Data Protection

Your Voter Records Are Compromised. Can You Sue? Theories of Harm in Data-Breach Litigation

By Merritt Baer, Chinmayi Sharma
Monday, August 7, 2017, 11:03 AM

Last year, the Republican National Committee hired a firm called Deep Root Analytics to collect voter information. The firm accidentally exposed approximately 198 million personal voter records. This was 1.1 terabytes of personal information that the company left on a cloud server without password protection for two weeks.

On June 21 of this year, victims filed a class action in Florida court against Deep Root Analytics for harm resulting from a data breach.

Donald Trump has denounced such breaches as “gross negligence.” The Deep Root lawsuit took him at his word, using that quote as evidence to make a claim on the legal theory of negligence. The complaint demands more than $5 million in damages.

Defendants in data-breach cases (in this case, Deep Root Analytics is the defendant) often challenge a claim on the grounds that the pleading does not include an injury that is (1) “concrete, particularized and actual or imminent,” (2) caused by the defendant, and (3) redressable by a court of law.

To survive a challenge of standing, a plaintiff can show injury through actual harm, that the violation of the statute amounts to injury in itself, or that there will be imminent future harm.

 

How Do We Show Harm?

A showing of actual harm is the most straightforward to defend in court—this works if you have evidence of true dollars lost. But exposure of data does not necessarily equate to damages. How many people, once their data are breached, will have their identities stolen? And even identity-theft cost fails to account for longer-term expenses resulting from dips in credit score or the cost of time spent trying to prevent loss. What about data such as health records, educational transcripts and, yes, voter information?

(Not for nothing, when a hacker publicly demonstrated at DEFCON last week that voting machines could be hacked, he discovered that many machines he’d purchased on eBay still had hundreds of thousands of stored voter records. Meanwhile, 10 million voter records were listed last month on eBay for $4, potentially a political statement about societal carelessness. Should carelessness decrease the value of your personal data? Cost of damage to the victim as a result of breaches does not necessarily track to price of the data to buyers on the dark web.)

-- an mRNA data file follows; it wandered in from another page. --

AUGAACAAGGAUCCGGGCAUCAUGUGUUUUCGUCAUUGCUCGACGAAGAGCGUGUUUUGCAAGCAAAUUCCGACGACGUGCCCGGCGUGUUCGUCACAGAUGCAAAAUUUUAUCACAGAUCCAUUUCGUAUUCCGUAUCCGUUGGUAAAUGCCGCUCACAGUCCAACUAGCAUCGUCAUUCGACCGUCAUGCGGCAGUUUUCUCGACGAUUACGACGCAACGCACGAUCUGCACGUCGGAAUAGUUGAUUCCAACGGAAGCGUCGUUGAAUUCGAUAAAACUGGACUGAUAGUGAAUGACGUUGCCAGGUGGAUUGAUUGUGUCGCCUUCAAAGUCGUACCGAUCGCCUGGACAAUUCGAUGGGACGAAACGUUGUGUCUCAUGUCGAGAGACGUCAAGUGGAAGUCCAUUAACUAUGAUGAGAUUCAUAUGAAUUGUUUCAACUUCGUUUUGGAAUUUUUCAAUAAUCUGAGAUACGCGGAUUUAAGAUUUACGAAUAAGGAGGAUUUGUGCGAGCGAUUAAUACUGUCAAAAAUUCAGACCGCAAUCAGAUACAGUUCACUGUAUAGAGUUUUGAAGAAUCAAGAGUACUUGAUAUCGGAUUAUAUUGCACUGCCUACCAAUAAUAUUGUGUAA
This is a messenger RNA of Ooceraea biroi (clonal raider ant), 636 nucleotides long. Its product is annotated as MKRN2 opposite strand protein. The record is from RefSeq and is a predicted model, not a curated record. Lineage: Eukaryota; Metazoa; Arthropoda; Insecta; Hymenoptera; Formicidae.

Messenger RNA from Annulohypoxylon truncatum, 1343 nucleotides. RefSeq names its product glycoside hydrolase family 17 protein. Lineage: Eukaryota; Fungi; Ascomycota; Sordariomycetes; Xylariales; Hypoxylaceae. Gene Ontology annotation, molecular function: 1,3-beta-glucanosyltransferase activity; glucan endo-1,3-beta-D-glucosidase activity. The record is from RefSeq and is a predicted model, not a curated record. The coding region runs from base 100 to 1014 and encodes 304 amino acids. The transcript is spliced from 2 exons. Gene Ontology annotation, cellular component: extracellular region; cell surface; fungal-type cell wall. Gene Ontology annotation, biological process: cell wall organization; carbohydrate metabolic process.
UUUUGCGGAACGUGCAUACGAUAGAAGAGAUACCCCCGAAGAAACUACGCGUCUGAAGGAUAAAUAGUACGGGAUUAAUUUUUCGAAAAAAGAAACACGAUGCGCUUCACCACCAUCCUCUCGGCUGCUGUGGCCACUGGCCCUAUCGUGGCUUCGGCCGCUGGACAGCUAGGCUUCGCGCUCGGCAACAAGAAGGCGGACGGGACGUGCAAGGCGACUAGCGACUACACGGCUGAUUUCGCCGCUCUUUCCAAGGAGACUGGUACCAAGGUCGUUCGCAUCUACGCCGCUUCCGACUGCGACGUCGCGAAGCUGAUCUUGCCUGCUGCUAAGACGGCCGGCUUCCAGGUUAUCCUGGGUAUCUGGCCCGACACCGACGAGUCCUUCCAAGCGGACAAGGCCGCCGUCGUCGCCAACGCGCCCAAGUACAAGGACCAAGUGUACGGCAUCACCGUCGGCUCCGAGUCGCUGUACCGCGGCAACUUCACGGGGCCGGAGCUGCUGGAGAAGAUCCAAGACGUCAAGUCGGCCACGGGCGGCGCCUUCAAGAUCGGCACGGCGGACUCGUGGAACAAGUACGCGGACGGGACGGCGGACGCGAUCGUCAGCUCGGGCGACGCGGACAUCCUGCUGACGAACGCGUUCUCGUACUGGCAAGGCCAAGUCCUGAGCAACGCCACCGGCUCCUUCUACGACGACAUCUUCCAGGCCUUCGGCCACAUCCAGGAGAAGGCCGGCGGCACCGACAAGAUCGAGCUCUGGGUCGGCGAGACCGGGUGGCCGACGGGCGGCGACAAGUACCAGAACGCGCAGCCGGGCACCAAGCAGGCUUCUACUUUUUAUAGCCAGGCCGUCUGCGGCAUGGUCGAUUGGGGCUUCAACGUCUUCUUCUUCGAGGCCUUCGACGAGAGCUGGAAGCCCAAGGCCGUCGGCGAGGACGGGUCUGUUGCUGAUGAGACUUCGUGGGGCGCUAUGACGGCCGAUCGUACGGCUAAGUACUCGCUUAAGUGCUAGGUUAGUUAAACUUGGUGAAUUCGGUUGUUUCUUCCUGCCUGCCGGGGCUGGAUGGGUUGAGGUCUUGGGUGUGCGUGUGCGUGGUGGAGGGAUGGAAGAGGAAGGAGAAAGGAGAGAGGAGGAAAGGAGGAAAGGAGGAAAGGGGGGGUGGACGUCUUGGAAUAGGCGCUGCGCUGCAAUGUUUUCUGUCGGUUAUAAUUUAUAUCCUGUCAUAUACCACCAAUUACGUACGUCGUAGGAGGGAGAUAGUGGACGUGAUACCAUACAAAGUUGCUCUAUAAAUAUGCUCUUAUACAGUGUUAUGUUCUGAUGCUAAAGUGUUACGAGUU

Occasionally, courts have allowed plaintiffs to proceed based on the claim that the defendant’s violation of a statute constitutes injury in itself. This year, the U.S. Court of Appeals for the 3rd Circuit concluded that a violation of the Federal Credit Report Act gave a private right of action to a plaintiff and amounted to an injury even without an additional showing of harm because the very purpose of the law was to prevent the wrongful disclosure of personal information. The court even implied that data-breach cases always carry imminent risk of future harm and automatically confer standing. But this inference was particular to the court and has not been affirmed. (In general, beyond the data-breach context, there is a judicial split over whether a statutory violation confers de facto standing, or whether there is need for more particularized showing of injury. The 3rd Circuit is the first and only circuit so far to confer standing because of a statutory violation for data breach, without a particularized showing of concrete injury.)

Finally, there is an avenue for plaintiffs who have not yet suffered harm to bring suit: the theory of “future harm.” This theory of recovery is that the defendant wrongfully exposed the plaintiff to the risk of harm. This one is clearly the most apt to apply to data-breach victims, but it is in conflict with the requirements of standing that the harm be particularized and concrete—or, simply, quantifiable. Many courts, including the Supreme Court in Clapper v. Amnesty Int’l and Spokeo, Inc. v. Robins, have dismissed cases involving potential injury from a data breach because the imminent particularized harm was a difficult standard to meet.